My favorite part of studying beer isn’t too surprising, it’s tasting it!
Malt, hops, and yeast produce endless flavors in beer, and this constantly shifting flavor matrix fascinates me. Since my first real craft beer more than 10 years ago, I haven’t stopped wanting to learn. I’ve tasted beer blindfolded, taken several tasting seminars (the best by far being held by Aroxa), and read up on the chemistry of flavor not just in beer, but generally.
How to Describe Beer: A New E-Book
As I’ve been collecting study resources for those looking to take the written portion of the Certified Cicerone exam online, I compiled all the notes I have about flavor compounds. What I ended up with is a 30-page e-book! Like I said, this is my favorite aspect of studying so getting all of the info I know down in one place feels great.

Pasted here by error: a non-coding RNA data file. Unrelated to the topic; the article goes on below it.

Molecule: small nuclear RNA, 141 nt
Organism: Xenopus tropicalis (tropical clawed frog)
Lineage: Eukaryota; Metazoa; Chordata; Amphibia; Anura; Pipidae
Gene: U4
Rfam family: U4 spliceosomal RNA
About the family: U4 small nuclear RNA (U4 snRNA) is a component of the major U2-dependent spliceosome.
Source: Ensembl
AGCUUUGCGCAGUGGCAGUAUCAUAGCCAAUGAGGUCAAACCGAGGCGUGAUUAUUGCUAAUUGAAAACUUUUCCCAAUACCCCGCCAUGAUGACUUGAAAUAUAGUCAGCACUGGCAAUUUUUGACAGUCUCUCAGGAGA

The e-book thoroughly explains 17 of the most-discussed flavor compounds in beer. Beyond those, there are over 100 flavors and descriptors categorized by their ingredient or process of origin and analyzed. Plus, at the end there is a template and examples of putting beer descriptions together. (If you’re wondering…yea those 30 pages get very text heavy, ha!)
I spent a few days cross checking everything with papers from the American Society of Brewing Chemists and books in my collection to make sure the information is accurate and up-to-date. And I made note of the flavors the Cicerone syllabus explicitly describes for those of you studying for the Certified or Advanced exams.
It took a lot of work to lay it all out logically and literally years of studying to get to this point so this is my first resource that is for sale. It’s just $4 but I’ll put that toward making more free resources, and videos, and study tips, and beer adventures for you.